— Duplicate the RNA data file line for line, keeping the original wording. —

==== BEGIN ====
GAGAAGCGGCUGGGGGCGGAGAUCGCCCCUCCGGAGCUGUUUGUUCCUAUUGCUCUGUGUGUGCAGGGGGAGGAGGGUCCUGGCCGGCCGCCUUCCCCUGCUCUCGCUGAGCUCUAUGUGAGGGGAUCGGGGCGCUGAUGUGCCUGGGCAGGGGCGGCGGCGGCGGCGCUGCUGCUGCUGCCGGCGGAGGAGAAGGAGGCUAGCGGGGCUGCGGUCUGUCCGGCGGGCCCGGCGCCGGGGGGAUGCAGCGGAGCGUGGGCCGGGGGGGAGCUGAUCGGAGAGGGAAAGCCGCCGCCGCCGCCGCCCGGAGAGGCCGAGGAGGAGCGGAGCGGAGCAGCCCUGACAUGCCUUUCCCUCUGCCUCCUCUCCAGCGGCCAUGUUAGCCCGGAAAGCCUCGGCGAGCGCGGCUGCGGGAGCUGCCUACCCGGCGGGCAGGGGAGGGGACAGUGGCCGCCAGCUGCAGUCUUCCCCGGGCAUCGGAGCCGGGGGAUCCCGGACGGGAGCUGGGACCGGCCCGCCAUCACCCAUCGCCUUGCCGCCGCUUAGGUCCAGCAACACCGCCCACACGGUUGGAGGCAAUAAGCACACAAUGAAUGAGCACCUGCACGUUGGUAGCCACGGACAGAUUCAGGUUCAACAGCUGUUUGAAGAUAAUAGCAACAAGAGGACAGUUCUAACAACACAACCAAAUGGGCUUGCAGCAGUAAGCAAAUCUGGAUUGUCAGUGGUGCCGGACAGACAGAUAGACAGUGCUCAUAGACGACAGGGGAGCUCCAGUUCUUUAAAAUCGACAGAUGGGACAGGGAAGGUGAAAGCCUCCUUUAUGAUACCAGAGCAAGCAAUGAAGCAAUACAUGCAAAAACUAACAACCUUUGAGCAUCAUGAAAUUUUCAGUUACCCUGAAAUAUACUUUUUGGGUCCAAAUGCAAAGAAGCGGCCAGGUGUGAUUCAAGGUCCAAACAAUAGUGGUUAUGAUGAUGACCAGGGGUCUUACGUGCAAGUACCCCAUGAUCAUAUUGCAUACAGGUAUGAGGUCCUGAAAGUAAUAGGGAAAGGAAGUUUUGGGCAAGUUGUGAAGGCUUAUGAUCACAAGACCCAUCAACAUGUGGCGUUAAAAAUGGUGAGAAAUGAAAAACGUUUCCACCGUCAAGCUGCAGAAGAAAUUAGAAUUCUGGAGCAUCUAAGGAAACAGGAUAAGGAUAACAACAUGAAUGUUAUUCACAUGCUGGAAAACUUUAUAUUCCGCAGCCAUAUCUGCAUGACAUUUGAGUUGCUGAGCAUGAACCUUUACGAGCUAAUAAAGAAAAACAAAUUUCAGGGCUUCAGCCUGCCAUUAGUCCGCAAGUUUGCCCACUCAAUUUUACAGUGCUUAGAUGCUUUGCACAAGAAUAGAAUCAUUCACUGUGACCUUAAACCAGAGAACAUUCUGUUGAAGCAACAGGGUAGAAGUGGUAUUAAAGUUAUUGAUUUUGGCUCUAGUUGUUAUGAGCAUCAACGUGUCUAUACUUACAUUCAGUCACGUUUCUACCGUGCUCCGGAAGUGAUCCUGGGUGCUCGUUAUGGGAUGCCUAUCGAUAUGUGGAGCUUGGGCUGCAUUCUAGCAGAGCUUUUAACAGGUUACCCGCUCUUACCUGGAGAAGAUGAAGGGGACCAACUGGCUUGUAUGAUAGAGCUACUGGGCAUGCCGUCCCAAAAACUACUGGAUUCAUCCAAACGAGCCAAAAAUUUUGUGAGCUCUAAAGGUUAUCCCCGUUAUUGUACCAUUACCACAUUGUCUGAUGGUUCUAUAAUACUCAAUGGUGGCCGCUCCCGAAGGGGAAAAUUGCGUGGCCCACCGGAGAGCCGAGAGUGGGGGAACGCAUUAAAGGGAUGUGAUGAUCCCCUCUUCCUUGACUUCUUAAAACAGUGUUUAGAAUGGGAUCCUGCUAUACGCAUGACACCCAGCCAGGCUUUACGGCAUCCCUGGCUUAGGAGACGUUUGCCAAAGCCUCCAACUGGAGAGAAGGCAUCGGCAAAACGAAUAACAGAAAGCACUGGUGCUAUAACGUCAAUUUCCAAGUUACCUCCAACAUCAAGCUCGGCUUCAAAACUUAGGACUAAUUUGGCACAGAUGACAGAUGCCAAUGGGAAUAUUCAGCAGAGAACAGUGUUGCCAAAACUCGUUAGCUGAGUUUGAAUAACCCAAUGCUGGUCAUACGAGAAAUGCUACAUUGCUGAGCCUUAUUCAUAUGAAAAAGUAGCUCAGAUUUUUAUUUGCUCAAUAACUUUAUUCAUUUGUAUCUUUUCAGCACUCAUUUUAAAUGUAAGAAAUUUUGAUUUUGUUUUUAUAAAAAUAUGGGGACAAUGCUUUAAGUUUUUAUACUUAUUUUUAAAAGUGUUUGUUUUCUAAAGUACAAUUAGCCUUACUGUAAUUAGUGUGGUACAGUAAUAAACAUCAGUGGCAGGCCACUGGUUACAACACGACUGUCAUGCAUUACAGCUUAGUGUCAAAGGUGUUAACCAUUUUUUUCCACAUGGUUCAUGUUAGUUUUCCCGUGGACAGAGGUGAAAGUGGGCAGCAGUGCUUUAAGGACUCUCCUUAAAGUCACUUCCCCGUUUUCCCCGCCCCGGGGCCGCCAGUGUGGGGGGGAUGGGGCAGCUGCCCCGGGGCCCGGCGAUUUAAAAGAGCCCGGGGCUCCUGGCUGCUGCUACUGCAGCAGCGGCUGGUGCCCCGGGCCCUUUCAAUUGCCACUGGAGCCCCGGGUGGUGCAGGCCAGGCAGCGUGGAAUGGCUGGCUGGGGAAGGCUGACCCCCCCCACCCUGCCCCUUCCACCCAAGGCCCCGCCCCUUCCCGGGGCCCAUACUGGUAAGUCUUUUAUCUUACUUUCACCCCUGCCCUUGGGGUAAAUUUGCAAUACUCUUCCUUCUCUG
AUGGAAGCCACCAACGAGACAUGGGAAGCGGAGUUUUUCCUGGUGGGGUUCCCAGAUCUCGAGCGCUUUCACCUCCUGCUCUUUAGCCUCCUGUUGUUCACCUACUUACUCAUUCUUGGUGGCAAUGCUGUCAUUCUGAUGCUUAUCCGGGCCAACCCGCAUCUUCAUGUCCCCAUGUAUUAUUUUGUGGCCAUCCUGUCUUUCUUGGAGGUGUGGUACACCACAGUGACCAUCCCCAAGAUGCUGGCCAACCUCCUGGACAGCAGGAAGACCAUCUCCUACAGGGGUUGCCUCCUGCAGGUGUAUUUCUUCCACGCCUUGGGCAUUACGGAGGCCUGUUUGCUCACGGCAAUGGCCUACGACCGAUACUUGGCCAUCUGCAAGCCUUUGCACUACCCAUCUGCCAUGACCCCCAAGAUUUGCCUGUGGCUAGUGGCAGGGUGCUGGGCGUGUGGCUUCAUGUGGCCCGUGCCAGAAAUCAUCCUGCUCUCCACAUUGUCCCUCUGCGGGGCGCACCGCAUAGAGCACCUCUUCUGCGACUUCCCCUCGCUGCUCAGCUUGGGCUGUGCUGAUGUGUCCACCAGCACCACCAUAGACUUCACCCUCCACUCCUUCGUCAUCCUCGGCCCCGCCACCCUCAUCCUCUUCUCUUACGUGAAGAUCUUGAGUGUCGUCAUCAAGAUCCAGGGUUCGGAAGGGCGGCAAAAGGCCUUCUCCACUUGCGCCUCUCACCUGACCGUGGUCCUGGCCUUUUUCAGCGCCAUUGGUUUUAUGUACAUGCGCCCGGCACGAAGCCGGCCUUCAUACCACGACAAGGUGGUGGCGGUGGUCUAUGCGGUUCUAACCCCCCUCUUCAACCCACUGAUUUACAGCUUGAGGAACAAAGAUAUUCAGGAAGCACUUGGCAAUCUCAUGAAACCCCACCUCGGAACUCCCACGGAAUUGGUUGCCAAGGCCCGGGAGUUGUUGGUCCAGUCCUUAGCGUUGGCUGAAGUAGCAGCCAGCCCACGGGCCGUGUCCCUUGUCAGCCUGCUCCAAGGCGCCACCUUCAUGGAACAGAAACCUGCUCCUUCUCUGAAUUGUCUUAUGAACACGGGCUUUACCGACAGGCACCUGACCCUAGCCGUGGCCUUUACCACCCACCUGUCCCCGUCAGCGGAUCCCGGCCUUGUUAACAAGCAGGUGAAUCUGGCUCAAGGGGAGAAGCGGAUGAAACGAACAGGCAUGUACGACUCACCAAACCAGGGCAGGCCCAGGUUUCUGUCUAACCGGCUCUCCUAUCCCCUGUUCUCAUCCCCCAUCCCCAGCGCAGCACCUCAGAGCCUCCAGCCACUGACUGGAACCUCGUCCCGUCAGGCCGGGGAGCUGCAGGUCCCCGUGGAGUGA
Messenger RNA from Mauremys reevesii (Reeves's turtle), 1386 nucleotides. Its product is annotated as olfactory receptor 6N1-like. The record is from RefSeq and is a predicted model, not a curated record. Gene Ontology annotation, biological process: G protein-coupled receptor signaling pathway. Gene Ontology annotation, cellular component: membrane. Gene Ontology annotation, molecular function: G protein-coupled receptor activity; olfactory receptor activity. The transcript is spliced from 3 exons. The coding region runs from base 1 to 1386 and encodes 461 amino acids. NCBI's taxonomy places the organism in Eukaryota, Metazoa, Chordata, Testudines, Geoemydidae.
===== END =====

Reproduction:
GAGAAGCGGCUGGGGGCGGAGAUCGCCCCUCCGGAGCUGUUUGUUCCUAUUGCUCUGUGUGUGCAGGGGGAGGAGGGUCCUGGCCGGCCGCCUUCCCCUGCUCUCGCUGAGCUCUAUGUGAGGGGAUCGGGGCGCUGAUGUGCCUGGGCAGGGGCGGCGGCGGCGGCGCUGCUGCUGCUGCCGGCGGAGGAGAAGGAGGCUAGCGGGGCUGCGGUCUGUCCGGCGGGCCCGGCGCCGGGGGGAUGCAGCGGAGCGUGGGCCGGGGGGGAGCUGAUCGGAGAGGGAAAGCCGCCGCCGCCGCCGCCCGGAGAGGCCGAGGAGGAGCGGAGCGGAGCAGCCCUGACAUGCCUUUCCCUCUGCCUCCUCUCCAGCGGCCAUGUUAGCCCGGAAAGCCUCGGCGAGCGCGGCUGCGGGAGCUGCCUACCCGGCGGGCAGGGGAGGGGACAGUGGCCGCCAGCUGCAGUCUUCCCCGGGCAUCGGAGCCGGGGGAUCCCGGACGGGAGCUGGGACCGGCCCGCCAUCACCCAUCGCCUUGCCGCCGCUUAGGUCCAGCAACACCGCCCACACGGUUGGAGGCAAUAAGCACACAAUGAAUGAGCACCUGCACGUUGGUAGCCACGGACAGAUUCAGGUUCAACAGCUGUUUGAAGAUAAUAGCAACAAGAGGACAGUUCUAACAACACAACCAAAUGGGCUUGCAGCAGUAAGCAAAUCUGGAUUGUCAGUGGUGCCGGACAGACAGAUAGACAGUGCUCAUAGACGACAGGGGAGCUCCAGUUCUUUAAAAUCGACAGAUGGGACAGGGAAGGUGAAAGCCUCCUUUAUGAUACCAGAGCAAGCAAUGAAGCAAUACAUGCAAAAACUAACAACCUUUGAGCAUCAUGAAAUUUUCAGUUACCCUGAAAUAUACUUUUUGGGUCCAAAUGCAAAGAAGCGGCCAGGUGUGAUUCAAGGUCCAAACAAUAGUGGUUAUGAUGAUGACCAGGGGUCUUACGUGCAAGUACCCCAUGAUCAUAUUGCAUACAGGUAUGAGGUCCUGAAAGUAAUAGGGAAAGGAAGUUUUGGGCAAGUUGUGAAGGCUUAUGAUCACAAGACCCAUCAACAUGUGGCGUUAAAAAUGGUGAGAAAUGAAAAACGUUUCCACCGUCAAGCUGCAGAAGAAAUUAGAAUUCUGGAGCAUCUAAGGAAACAGGAUAAGGAUAACAACAUGAAUGUUAUUCACAUGCUGGAAAACUUUAUAUUCCGCAGCCAUAUCUGCAUGACAUUUGAGUUGCUGAGCAUGAACCUUUACGAGCUAAUAAAGAAAAACAAAUUUCAGGGCUUCAGCCUGCCAUUAGUCCGCAAGUUUGCCCACUCAAUUUUACAGUGCUUAGAUGCUUUGCACAAGAAUAGAAUCAUUCACUGUGACCUUAAACCAGAGAACAUUCUGUUGAAGCAACAGGGUAGAAGUGGUAUUAAAGUUAUUGAUUUUGGCUCUAGUUGUUAUGAGCAUCAACGUGUCUAUACUUACAUUCAGUCACGUUUCUACCGUGCUCCGGAAGUGAUCCUGGGUGCUCGUUAUGGGAUGCCUAUCGAUAUGUGGAGCUUGGGCUGCAUUCUAGCAGAGCUUUUAACAGGUUACCCGCUCUUACCUGGAGAAGAUGAAGGGGACCAACUGGCUUGUAUGAUAGAGCUACUGGGCAUGCCGUCCCAAAAACUACUGGAUUCAUCCAAACGAGCCAAAAAUUUUGUGAGCUCUAAAGGUUAUCCCCGUUAUUGUACCAUUACCACAUUGUCUGAUGGUUCUAUAAUACUCAAUGGUGGCCGCUCCCGAAGGGGAAAAUUGCGUGGCCCACCGGAGAGCCGAGAGUGGGGGAACGCAUUAAAGGGAUGUGAUGAUCCCCUCUUCCUUGACUUCUUAAAACAGUGUUUAGAAUGGGAUCCUGCUAUACGCAUGACACCCAGCCAGGCUUUACGGCAUCCCUGGCUUAGGAGACGUUUGCCAAAGCCUCCAACUGGAGAGAAGGCAUCGGCAAAACGAAUAACAGAAAGCACUGGUGCUAUAACGUCAAUUUCCAAGUUACCUCCAACAUCAAGCUCGGCUUCAAAACUUAGGACUAAUUUGGCACAGAUGACAGAUGCCAAUGGGAAUAUUCAGCAGAGAACAGUGUUGCCAAAACUCGUUAGCUGAGUUUGAAUAACCCAAUGCUGGUCAUACGAGAAAUGCUACAUUGCUGAGCCUUAUUCAUAUGAAAAAGUAGCUCAGAUUUUUAUUUGCUCAAUAACUUUAUUCAUUUGUAUCUUUUCAGCACUCAUUUUAAAUGUAAGAAAUUUUGAUUUUGUUUUUAUAAAAAUAUGGGGACAAUGCUUUAAGUUUUUAUACUUAUUUUUAAAAGUGUUUGUUUUCUAAAGUACAAUUAGCCUUACUGUAAUUAGUGUGGUACAGUAAUAAACAUCAGUGGCAGGCCACUGGUUACAACACGACUGUCAUGCAUUACAGCUUAGUGUCAAAGGUGUUAACCAUUUUUUUCCACAUGGUUCAUGUUAGUUUUCCCGUGGACAGAGGUGAAAGUGGGCAGCAGUGCUUUAAGGACUCUCCUUAAAGUCACUUCCCCGUUUUCCCCGCCCCGGGGCCGCCAGUGUGGGGGGGAUGGGGCAGCUGCCCCGGGGCCCGGCGAUUUAAAAGAGCCCGGGGCUCCUGGCUGCUGCUACUGCAGCAGCGGCUGGUGCCCCGGGCCCUUUCAAUUGCCACUGGAGCCCCGGGUGGUGCAGGCCAGGCAGCGUGGAAUGGCUGGCUGGGGAAGGCUGACCCCCCCCACCCUGCCCCUUCCACCCAAGGCCCCGCCCCUUCCCGGGGCCCAUACUGGUAAGUCUUUUAUCUUACUUUCACCCCUGCCCUUGGGGUAAAUUUGCAAUACUCUUCCUUCUCUG
AUGGAAGCCACCAACGAGACAUGGGAAGCGGAGUUUUUCCUGGUGGGGUUCCCAGAUCUCGAGCGCUUUCACCUCCUGCUCUUUAGCCUCCUGUUGUUCACCUACUUACUCAUUCUUGGUGGCAAUGCUGUCAUUCUGAUGCUUAUCCGGGCCAACCCGCAUCUUCAUGUCCCCAUGUAUUAUUUUGUGGCCAUCCUGUCUUUCUUGGAGGUGUGGUACACCACAGUGACCAUCCCCAAGAUGCUGGCCAACCUCCUGGACAGCAGGAAGACCAUCUCCUACAGGGGUUGCCUCCUGCAGGUGUAUUUCUUCCACGCCUUGGGCAUUACGGAGGCCUGUUUGCUCACGGCAAUGGCCUACGACCGAUACUUGGCCAUCUGCAAGCCUUUGCACUACCCAUCUGCCAUGACCCCCAAGAUUUGCCUGUGGCUAGUGGCAGGGUGCUGGGCGUGUGGCUUCAUGUGGCCCGUGCCAGAAAUCAUCCUGCUCUCCACAUUGUCCCUCUGCGGGGCGCACCGCAUAGAGCACCUCUUCUGCGACUUCCCCUCGCUGCUCAGCUUGGGCUGUGCUGAUGUGUCCACCAGCACCACCAUAGACUUCACCCUCCACUCCUUCGUCAUCCUCGGCCCCGCCACCCUCAUCCUCUUCUCUUACGUGAAGAUCUUGAGUGUCGUCAUCAAGAUCCAGGGUUCGGAAGGGCGGCAAAAGGCCUUCUCCACUUGCGCCUCUCACCUGACCGUGGUCCUGGCCUUUUUCAGCGCCAUUGGUUUUAUGUACAUGCGCCCGGCACGAAGCCGGCCUUCAUACCACGACAAGGUGGUGGCGGUGGUCUAUGCGGUUCUAACCCCCCUCUUCAACCCACUGAUUUACAGCUUGAGGAACAAAGAUAUUCAGGAAGCACUUGGCAAUCUCAUGAAACCCCACCUCGGAACUCCCACGGAAUUGGUUGCCAAGGCCCGGGAGUUGUUGGUCCAGUCCUUAGCGUUGGCUGAAGUAGCAGCCAGCCCACGGGCCGUGUCCCUUGUCAGCCUGCUCCAAGGCGCCACCUUCAUGGAACAGAAACCUGCUCCUUCUCUGAAUUGUCUUAUGAACACGGGCUUUACCGACAGGCACCUGACCCUAGCCGUGGCCUUUACCACCCACCUGUCCCCGUCAGCGGAUCCCGGCCUUGUUAACAAGCAGGUGAAUCUGGCUCAAGGGGAGAAGCGGAUGAAACGAACAGGCAUGUACGACUCACCAAACCAGGGCAGGCCCAGGUUUCUGUCUAACCGGCUCUCCUAUCCCCUGUUCUCAUCCCCCAUCCCCAGCGCAGCACCUCAGAGCCUCCAGCCACUGACUGGAACCUCGUCCCGUCAGGCCGGGGAGCUGCAGGUCCCCGUGGAGUGA
Messenger RNA from Mauremys reevesii (Reeves's turtle), 1386 nucleotides. Its product is annotated as olfactory receptor 6N1-like. The record is from RefSeq and is a predicted model, not a curated record. Gene Ontology annotation, biological process: G protein-coupled receptor signaling pathway. Gene Ontology annotation, cellular component: membrane. Gene Ontology annotation, molecular function: G protein-coupled receptor activity; olfactory receptor activity. The transcript is spliced from 3 exons. The coding region runs from base 1 to 1386 and encodes 461 amino acids. NCBI's taxonomy places the organism in Eukaryota, Metazoa, Chordata, Testudines, Geoemydidae.